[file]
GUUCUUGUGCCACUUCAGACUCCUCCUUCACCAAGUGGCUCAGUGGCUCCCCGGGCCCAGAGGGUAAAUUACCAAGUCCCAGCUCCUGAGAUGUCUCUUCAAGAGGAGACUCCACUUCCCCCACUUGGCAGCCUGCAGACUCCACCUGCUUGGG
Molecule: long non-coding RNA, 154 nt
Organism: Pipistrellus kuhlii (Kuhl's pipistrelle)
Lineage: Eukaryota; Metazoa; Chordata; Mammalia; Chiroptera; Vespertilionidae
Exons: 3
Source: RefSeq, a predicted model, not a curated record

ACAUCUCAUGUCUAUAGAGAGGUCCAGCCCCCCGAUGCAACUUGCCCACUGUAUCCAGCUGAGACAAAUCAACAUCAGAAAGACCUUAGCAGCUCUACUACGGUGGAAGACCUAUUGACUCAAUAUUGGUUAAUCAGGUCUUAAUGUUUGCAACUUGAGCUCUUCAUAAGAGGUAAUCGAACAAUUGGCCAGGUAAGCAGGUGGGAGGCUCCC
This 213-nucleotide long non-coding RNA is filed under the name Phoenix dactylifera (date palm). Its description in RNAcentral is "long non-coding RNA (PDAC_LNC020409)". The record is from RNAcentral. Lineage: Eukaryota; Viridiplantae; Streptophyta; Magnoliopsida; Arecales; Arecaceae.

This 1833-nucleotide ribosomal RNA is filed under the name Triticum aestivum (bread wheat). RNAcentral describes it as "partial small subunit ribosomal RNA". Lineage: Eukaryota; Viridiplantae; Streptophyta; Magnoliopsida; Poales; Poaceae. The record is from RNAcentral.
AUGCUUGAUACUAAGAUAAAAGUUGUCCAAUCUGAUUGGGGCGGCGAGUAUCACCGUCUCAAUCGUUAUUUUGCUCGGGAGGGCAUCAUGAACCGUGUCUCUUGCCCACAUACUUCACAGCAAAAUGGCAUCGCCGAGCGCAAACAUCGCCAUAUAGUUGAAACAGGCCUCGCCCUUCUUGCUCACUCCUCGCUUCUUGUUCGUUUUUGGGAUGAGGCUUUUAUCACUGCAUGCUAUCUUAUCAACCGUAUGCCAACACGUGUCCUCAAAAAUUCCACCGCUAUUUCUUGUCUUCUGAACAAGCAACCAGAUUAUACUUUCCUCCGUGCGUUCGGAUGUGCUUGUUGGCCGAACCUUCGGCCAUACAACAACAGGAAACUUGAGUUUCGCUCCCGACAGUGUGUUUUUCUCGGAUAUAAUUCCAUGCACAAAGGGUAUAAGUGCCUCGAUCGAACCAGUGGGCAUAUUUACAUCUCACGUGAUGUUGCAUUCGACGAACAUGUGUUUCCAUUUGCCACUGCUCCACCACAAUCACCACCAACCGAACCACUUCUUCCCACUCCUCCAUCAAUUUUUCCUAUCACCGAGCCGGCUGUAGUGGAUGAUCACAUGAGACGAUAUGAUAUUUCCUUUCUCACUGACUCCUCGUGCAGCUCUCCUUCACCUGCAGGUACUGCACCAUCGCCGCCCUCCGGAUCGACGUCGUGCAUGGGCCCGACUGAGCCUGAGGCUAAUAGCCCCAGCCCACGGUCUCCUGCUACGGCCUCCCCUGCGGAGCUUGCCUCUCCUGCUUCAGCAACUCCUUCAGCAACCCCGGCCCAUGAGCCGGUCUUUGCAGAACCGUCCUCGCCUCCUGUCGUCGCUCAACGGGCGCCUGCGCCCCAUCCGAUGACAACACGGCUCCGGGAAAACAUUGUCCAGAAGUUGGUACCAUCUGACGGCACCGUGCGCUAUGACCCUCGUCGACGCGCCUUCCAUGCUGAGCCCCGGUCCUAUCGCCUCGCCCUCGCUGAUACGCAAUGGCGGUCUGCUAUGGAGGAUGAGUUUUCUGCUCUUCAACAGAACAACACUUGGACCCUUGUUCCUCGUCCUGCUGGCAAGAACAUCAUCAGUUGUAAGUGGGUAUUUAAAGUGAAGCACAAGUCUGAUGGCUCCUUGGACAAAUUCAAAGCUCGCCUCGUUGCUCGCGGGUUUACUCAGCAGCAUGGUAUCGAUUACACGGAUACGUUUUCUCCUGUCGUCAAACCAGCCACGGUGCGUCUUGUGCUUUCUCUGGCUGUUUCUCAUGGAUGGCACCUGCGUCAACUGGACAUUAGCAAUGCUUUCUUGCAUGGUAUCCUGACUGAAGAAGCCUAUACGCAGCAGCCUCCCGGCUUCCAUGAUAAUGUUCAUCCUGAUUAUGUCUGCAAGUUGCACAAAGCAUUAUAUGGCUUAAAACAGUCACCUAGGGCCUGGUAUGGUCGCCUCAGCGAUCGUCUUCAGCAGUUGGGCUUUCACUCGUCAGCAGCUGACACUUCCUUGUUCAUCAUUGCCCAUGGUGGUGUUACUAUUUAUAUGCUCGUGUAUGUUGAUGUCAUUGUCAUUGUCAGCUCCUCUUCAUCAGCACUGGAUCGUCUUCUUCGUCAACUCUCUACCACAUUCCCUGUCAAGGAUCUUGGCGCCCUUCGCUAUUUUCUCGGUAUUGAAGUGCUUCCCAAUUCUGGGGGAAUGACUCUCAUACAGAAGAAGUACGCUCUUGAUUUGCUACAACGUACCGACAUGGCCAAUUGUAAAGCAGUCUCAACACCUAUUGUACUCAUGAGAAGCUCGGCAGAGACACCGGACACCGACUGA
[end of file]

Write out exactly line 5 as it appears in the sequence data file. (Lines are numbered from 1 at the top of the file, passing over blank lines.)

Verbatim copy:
Exons: 3